Yustman plays Casey Beldon, a college student who suddenly begins seeing scorpions in her eggs, dogs with masks, and all sorts of other crazy things. Her doctor gives her the boring reason: genetic mosaicism, a retinal irregularity usually seen in twins. It takes her Holocaust-survivor grandmother (Jane Alexander) to root out the real, much more evil reason, and, as per usual, the Nazis are involved. The reason that creepy blue-eyed zombie child keeps following her around has something to do with experiments done on Casey's great uncle in Auschwitz that naturally turned him into a mythical Jewish demon named Dybbuk. And it's up to Gary Oldman, as a Rabbi, to exorcize the malicious bugger.

Continue reading: The Unborn Review

Kramer vs. Kramer Review


Excellent
Back in the late '70s, a wave of divorce swept across America, perhaps the first big mainstream reflection of the women's lib movement that had blossomed a few years earlier. All my friends' parents seemed to break up, and so did Dustin Hoffman and Meryl Streep in Kramer vs. Kramer, a zeitgeisty melodrama that fits right in with all the Upper East Side Woody Allen flicks of that era, only with lawyers instead of laughs. Showered with awards, including nine Oscar nominations and five wins, including Best Picture, it remains one of the most compelling films of the decade, even if time has tarnished a bit of its sheen.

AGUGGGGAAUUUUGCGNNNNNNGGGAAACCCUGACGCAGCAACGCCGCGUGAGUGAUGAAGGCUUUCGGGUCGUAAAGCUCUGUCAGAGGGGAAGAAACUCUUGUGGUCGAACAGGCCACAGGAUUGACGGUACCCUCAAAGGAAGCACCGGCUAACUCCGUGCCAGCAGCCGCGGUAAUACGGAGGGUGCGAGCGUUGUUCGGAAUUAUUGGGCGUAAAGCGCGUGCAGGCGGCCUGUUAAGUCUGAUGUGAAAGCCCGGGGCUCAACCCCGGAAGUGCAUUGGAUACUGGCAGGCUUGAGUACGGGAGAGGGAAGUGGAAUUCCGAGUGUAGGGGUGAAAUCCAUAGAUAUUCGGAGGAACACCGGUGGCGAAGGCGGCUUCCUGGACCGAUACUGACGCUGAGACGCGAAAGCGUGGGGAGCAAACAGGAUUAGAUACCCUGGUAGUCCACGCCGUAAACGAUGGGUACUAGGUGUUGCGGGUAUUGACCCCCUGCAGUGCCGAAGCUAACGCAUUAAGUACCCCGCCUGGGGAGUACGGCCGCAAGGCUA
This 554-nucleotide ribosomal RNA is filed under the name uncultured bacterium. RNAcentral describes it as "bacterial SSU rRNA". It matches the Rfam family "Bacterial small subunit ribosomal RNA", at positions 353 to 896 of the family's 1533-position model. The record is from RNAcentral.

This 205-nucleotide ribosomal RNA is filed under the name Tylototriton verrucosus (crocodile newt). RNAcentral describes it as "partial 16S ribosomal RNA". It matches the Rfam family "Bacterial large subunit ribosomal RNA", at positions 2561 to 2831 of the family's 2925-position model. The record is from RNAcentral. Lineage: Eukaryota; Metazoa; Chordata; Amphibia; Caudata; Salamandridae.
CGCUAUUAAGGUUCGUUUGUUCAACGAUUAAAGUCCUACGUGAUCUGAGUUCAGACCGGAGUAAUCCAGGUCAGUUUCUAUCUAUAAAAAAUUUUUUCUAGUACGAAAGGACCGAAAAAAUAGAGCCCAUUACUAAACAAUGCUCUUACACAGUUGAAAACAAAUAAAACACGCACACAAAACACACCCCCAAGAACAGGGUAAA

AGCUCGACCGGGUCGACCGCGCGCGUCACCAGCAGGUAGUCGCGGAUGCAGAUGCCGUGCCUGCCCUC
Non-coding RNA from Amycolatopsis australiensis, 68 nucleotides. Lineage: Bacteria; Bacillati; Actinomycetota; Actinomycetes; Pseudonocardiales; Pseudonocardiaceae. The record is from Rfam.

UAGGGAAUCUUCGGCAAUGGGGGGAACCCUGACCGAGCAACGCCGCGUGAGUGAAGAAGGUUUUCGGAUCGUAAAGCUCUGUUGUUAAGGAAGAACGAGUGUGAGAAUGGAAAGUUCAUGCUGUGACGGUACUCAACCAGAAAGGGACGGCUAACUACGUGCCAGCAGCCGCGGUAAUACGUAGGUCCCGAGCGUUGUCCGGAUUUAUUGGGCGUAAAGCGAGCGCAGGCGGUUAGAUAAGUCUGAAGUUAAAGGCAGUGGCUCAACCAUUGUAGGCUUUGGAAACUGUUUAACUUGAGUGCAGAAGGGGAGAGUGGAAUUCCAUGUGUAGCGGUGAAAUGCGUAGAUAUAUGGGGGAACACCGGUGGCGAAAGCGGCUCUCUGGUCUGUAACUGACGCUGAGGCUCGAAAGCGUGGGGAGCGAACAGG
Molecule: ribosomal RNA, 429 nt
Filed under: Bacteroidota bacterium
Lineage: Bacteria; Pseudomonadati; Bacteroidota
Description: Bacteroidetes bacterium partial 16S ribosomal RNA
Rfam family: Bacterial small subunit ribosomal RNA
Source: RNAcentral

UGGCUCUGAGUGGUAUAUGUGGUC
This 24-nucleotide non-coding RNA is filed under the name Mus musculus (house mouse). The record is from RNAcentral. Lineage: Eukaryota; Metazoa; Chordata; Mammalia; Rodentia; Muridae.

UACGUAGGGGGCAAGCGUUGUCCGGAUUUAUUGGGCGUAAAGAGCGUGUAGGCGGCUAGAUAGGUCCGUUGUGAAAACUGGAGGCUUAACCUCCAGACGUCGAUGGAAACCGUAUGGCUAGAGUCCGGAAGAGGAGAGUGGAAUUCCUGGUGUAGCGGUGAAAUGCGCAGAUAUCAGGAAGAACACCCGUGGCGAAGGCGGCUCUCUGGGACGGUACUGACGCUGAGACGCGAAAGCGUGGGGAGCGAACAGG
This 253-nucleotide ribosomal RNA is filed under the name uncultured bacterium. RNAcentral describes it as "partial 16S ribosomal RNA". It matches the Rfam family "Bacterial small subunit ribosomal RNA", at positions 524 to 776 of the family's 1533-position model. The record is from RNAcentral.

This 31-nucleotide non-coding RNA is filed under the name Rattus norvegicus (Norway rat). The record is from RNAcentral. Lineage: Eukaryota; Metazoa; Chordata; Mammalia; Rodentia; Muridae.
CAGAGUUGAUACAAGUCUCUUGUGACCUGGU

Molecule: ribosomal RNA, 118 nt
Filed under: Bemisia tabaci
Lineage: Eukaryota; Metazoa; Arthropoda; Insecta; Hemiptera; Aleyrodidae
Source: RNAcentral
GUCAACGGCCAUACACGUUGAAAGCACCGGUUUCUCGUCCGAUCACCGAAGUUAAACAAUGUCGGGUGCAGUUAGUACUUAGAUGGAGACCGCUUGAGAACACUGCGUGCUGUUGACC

Hard-driving and oblivious ad exec Ted Kramer (Hoffman, more jittery than usual) is blindsided when his alarmingly fragile wife Joanna suddenly abandons him and their six-year old son Billy (Justin Henry), claiming that she needs to go to California to, you know, "find herself." Clearly a woman on the verge of a nervous breakdown, she hands over the keys, the credit cards, and the dry-cleaning tickets and disappears, leaving Ted to answer Billy's question: "Where's Mommy?"